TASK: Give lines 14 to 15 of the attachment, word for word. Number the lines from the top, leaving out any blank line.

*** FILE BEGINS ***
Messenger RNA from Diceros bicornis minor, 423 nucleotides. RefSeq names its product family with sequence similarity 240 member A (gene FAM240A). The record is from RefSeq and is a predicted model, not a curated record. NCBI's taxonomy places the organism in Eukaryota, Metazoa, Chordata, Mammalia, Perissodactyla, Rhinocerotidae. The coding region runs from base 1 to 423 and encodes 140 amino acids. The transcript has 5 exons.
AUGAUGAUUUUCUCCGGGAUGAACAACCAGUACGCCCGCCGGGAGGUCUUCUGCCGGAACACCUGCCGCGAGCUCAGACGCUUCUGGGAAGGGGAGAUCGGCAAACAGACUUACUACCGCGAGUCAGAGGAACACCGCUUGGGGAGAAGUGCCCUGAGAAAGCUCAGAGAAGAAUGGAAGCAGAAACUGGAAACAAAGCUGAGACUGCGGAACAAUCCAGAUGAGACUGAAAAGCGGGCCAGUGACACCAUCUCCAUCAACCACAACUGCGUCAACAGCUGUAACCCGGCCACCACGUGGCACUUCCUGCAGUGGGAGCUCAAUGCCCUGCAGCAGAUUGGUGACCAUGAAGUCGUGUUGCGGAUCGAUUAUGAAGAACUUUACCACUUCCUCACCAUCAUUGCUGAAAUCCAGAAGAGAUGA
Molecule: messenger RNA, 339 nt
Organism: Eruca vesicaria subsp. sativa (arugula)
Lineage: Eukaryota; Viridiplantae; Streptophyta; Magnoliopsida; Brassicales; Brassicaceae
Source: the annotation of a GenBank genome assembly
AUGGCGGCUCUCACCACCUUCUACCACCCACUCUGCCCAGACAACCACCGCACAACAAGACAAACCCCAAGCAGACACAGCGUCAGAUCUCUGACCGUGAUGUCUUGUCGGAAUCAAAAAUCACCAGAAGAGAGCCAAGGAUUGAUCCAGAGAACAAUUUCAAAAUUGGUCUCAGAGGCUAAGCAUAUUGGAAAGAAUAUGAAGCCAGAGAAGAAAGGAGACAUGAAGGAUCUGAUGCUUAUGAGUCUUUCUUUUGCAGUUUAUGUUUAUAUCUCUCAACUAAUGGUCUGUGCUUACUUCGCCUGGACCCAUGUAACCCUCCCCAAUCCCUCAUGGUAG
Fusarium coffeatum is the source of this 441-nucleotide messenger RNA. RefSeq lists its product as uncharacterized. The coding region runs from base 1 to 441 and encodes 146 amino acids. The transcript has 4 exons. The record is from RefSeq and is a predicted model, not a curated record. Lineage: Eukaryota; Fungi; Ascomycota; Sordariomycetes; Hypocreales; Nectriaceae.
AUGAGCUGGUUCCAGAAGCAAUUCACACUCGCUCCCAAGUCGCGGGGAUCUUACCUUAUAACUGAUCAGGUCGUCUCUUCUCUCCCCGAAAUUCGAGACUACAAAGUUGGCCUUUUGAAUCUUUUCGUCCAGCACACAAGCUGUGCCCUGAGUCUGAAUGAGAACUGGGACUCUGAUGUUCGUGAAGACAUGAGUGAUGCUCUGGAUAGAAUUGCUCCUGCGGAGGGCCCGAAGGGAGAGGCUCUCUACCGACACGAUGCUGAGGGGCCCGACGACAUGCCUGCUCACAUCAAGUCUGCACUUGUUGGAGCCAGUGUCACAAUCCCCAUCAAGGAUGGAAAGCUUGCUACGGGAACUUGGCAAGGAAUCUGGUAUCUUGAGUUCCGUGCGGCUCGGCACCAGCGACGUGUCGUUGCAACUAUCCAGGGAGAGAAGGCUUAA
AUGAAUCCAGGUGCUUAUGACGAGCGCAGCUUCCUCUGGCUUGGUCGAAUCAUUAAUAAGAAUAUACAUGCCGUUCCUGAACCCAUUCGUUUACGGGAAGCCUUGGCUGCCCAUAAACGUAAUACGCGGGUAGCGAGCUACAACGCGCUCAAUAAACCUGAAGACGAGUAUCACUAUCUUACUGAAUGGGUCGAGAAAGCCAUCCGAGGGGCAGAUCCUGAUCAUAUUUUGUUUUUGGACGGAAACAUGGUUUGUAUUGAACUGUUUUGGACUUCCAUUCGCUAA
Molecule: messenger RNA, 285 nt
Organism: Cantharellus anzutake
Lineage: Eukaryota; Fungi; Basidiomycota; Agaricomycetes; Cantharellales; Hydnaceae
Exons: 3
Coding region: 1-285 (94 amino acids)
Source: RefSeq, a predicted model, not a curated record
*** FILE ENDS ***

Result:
Exons: 3
Coding region: 1-285 (94 amino acids)